The album opens with 'Deus Ibi Est' which finds Lanegan taking lead vocals, a vocal not far from Tom Waits contrasting against Campbell's ethereal vocal. 'Ballad of the Broken Seas' is a varied selection, a listen to this suggests that Campbell & co really ought to be pursued by Hollywood for a soundtrack (if they ever filmed 'Blood Meridian'). T-Bone Burnett better watch out...'Black Mountain' sees Campbell take lead vocals on a track that feels like a darker relative of Laura Veirs on 'Carbon Glacier' - the string arrangements here are fantastic. 'The False Husband' is a suitably gothic duet, contrasting string arrangements back up the male/female vocals in something that sounds like a classical take on 'Some Velvet Morning.'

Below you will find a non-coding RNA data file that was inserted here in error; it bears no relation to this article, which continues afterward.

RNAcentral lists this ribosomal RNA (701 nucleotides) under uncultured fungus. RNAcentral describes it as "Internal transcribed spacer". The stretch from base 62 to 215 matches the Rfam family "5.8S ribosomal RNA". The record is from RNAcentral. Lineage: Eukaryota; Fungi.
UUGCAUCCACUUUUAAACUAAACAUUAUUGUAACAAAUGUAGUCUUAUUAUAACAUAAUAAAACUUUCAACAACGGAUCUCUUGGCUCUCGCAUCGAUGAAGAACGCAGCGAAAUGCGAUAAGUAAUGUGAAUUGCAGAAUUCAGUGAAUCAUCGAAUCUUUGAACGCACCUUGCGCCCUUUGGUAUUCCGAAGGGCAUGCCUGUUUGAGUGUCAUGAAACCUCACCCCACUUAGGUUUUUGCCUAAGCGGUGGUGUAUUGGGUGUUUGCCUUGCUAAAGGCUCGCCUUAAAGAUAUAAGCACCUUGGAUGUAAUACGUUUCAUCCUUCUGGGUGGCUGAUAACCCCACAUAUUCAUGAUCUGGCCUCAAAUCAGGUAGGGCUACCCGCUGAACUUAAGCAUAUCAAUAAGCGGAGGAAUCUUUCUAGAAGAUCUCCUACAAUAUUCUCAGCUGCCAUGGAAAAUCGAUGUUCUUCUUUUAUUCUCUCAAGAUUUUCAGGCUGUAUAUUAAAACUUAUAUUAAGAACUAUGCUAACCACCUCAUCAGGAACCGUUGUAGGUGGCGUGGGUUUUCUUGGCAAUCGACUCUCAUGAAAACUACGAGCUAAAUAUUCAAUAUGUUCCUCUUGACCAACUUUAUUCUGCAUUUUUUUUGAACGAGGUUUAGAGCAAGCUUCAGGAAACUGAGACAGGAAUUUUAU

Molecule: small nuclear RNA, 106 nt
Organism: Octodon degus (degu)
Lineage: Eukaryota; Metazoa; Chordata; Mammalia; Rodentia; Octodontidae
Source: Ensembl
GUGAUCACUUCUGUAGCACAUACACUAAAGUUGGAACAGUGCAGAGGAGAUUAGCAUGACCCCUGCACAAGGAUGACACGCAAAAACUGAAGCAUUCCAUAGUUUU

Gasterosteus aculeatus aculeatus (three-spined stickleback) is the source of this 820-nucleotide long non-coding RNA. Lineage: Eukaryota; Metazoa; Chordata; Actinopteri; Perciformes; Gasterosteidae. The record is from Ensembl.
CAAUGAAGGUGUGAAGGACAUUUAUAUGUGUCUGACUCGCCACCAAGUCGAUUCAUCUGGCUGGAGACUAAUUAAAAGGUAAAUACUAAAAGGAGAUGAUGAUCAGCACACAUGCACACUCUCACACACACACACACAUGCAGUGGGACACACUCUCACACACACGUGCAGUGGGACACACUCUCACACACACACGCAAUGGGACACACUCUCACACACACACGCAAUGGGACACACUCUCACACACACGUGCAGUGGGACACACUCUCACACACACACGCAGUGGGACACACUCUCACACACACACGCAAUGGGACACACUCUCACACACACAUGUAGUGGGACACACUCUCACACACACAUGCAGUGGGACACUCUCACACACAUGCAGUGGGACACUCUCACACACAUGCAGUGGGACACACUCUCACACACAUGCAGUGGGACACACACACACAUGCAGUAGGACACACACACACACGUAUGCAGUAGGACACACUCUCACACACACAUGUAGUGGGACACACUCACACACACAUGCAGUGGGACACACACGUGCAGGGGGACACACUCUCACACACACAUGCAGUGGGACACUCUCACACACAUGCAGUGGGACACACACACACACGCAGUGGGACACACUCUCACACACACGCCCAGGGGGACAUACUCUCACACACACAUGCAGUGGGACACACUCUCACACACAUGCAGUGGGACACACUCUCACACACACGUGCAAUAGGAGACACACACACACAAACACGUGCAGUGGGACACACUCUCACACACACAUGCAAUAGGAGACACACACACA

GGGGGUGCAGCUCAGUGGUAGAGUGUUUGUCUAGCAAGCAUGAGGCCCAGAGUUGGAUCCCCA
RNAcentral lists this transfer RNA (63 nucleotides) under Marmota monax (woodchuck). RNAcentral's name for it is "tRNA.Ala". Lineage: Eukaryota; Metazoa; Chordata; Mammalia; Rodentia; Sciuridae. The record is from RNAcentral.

The title track is luscious - it ought to be pointed out that Campbell is the primary songwriter here, her talent for songwriting has developed hugely since the days of songs like 'The Gate.' The title track makes me think a little of Nick Cave's 'Black Hair' and a lot of Lanegan's brief covers album 'I'll Take Care of You' - though Lanegan breaks new ground too with an emphasis on strings that have only tended to feature 'Kashmir'-style on songs like 'No Easy Action' & 'Gospel Plow.' 'Revolver' is the sole composition by Lanegan, sounding like a collision of 'Bombed' & the soundtrack to 'Cold Mountain' imbued with the sublime acoustics of Daniel Lanois-production work for Emmylou Harris. The single 'Ramblin' Man' is a fine cover of Hank Williams - Lanegan showing that he's one of the great cover artists too (previous great covers included Tim Buckley's 'Cafe', the Gun Club's 'Carry Home' & his interpretation of Leadbelly's 'Where Did You Sleep Last Night'- which Nirvana facsimled a few years later). The sound is not far from Tom Waits' circa 'Bone Machine', with a lovely counterpoint vocal from Campbell which is a little Jane Birkin.